Increasing interdependence of Japan and India

Narendra Modi with his Japanese counterpart Shinzo Abe

Last week, Japan’s prime minister, Shinzo Abe, made his second trip to India during the Modi government’s tenure. On this occasion, Prime Minister Narendra Modi remarked how incredulous most people had been when they were told that (in Sept 2014) Japan would invest $35 billion in five years. “The figure had surprised many at that time, but today, within a short time span, unimaginable progress has been made, and the contours of investment are visible on the ground.”

He had reason to be pleased.  Japan may turn out to be India’s biggest investor in this decade.  It could also hold the key to Modi’s own plans for both “Make in India” and his electoral strategies. Without major investments in infrastructure, India’s hopes of creating 12 million jobs each year might not materialise. And if jobs don’t get created, Modi’s plans for winning elections for a second term in office may get stumped.

For Japan, there is the satisfaction of consolidating its position in a rapidly growing economy. In fact, India could become its veritable lynchpin for its own economic success during the next few decades or more.  With an ageing population, and a declining market in much of the developed world, India is crucial for Japan.  This is where it hopes to shift much of its industrial base. It could have done this in China, but xenophobic hatred against the Japanese ruled out this option. Other south-east Asian countries are too small for Japan. Therefore, India matters. Critically. Both had cause for smiles.

The biggest prize was the award of the Shinkansen- a network of high-speed railway lines in Japan. But a lot more was in the offing.

Together, the projects discussed could involve huge financial support from Japan (both by way of equity and soft loans) to the tune of over 5 trillion yen (this number could go up further). That would be over a sixth of Japan’s own target of 30 trillion yen of infrastructure exports by 2020. Cumulatively, these deals could alter the picture for India’s infrastructure in much the same way that Maruti Suzuki did for the automobile sector since the 1980s.

Then there is the crucial MoU on civil nuclear cooperation, the deal on transfer of defence equipment and technology, and cooperation in the energy sector between NITI Aayog and the Institute of Energy Economics, Japan.

Modi and Abe signed agreements to use Japan’s assistance to build roads and bridges, most strategically in the Northeast, where India sees an urgent need to bolster both infrastructure and economic growth. Road development alone may involve soft loans with a credit target of Rs 2 lakh crore. India aims to increase the length of its highways by an additional 50,000 km in the next five years, from 96,000 km now. The total requirement of funds could cross Rs.5 lakh crore.

Japan has agreed to finance India’s metros – both ongoing and planned – and the much delayed Mumbai Trans Harbour Link connecting Panvel and Sewri. The entire financing is likely to be done through a financing entity in which JBIC (Japan Bank for International Cooperation) could have a 50% equity stake with the rest taken up by Indian entities. It is believed that this entity will give loans at a rate of 0.5% interest – through the famed Japanese Official Development Assistance (ODA) route  –  to be repaid over a period of 30-40 years. Details have, however, to be finalised (see chart).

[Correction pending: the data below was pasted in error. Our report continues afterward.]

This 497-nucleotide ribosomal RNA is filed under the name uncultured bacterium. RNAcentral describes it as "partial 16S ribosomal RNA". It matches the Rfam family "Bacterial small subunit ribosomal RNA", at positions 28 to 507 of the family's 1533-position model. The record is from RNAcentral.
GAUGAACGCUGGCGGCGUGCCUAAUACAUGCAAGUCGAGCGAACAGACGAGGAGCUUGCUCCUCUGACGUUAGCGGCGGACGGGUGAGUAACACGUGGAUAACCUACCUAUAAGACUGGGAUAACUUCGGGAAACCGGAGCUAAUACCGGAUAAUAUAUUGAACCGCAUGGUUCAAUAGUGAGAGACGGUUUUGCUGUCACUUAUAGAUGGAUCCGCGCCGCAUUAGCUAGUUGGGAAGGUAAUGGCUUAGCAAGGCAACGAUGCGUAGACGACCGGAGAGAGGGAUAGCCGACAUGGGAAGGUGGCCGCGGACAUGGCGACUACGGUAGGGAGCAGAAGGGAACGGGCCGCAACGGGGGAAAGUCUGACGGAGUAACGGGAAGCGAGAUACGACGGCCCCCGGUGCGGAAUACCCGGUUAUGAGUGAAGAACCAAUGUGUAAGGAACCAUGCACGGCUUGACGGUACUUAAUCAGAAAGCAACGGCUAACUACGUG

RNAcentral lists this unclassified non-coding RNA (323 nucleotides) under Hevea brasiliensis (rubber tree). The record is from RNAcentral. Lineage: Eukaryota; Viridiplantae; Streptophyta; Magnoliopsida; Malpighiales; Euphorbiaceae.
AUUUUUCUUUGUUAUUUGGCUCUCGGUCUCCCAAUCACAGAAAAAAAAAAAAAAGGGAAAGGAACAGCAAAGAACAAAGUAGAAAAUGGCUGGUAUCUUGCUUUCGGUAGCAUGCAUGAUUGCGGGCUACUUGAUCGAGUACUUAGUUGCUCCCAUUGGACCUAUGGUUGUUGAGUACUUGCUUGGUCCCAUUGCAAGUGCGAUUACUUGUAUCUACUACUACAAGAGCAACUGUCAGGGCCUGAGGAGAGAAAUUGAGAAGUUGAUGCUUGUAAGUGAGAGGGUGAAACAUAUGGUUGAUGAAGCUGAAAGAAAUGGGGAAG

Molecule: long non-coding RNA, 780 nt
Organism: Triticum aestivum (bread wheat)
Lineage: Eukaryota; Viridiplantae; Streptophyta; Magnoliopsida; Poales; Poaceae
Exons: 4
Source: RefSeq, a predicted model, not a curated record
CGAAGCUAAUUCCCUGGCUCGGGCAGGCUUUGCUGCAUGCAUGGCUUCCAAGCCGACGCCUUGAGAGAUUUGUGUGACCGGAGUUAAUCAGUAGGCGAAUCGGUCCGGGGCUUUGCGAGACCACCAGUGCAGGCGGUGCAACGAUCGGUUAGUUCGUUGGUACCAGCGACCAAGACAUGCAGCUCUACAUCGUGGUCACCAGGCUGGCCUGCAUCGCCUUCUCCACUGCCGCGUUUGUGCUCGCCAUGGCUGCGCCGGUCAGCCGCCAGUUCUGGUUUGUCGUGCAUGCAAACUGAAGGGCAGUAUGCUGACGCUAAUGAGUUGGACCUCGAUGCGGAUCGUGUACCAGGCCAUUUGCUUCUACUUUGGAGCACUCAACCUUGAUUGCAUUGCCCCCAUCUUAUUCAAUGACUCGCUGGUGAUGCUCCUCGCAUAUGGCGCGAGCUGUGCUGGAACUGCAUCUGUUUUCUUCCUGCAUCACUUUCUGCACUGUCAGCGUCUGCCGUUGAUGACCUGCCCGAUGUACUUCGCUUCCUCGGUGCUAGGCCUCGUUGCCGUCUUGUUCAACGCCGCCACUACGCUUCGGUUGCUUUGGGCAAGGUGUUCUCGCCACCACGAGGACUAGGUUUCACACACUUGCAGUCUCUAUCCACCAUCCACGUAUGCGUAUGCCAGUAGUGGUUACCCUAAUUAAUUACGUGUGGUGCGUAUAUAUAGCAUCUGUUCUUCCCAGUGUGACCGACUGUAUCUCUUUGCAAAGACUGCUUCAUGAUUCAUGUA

Then there is the deal to help India build 11 industrial townships (though the Delhi-Mumbai Industrial Corridor or DMIC alone envisaged 24 townships eventually). It recently signed an agreement to help fund construction of the new Andhra Pradesh, capital of Amravati.

Japan has been one of the biggest funders of India’s infrastructure. JBIC holds equity in the Delhi-Mumbai Industrial Corridor project. The Japan International Cooperation Agency (JICA) funded the Delhi Metro Rail Corp. project and is also providing loans for the Chennai, Mumbai and Bangalore metros as well.

Crucially, both countries have agreed to work together on skill development initiatives which include 10,000 young Indian talents visiting Japan under such frameworks as students exchange, IT training and short term exchanges, and hoped that it will provide solid bonds for the future relations of both countries. Then there are agreements on security cooperation. They relate to Security Measures for the Protection of Classified Military Information (signed in December 2015), transfer of Defence Equipment and Technology.

On the investments front, both countries will seek wider cooperation on financial issues such as financial markets, banking, insurance and financial regulations.

The list of agreements and projects is long and can be sourced from here-

  1. Memorandum
  2. Joint Statement by India and Japan
  3. Factsheet – Japan and India working together for peace and prosperity 

With the Mumbai-Ahmedabad Shinkansen project in its pocket, its focus will now shift to other mega projects – notably the 2,200 km Chennai-Delhi and the 1,200 km Mumbai Delhi railway projects where China and Japan are the key contenders. Irrespective of who wins the subsequent orders, there is no denying that the Modi-Abe summit of December 2015 should actually accelerate India’s transformation.


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Journalist. Educationist. Researcher focuses primarily on business, economy, and policy-related issues. He has authored two books: - Game India: Seven strategic advantages that could steer India to wealth – Penguin – Feb 2019 - Gautam Adani: Reimagining business in India and the world – Penguin – Nov 2022 Currently consulting editor with FPJ and Founder Editor with He teaches at educational institutes in India and overseas. He also undertakes specific research projects in select areas. Email: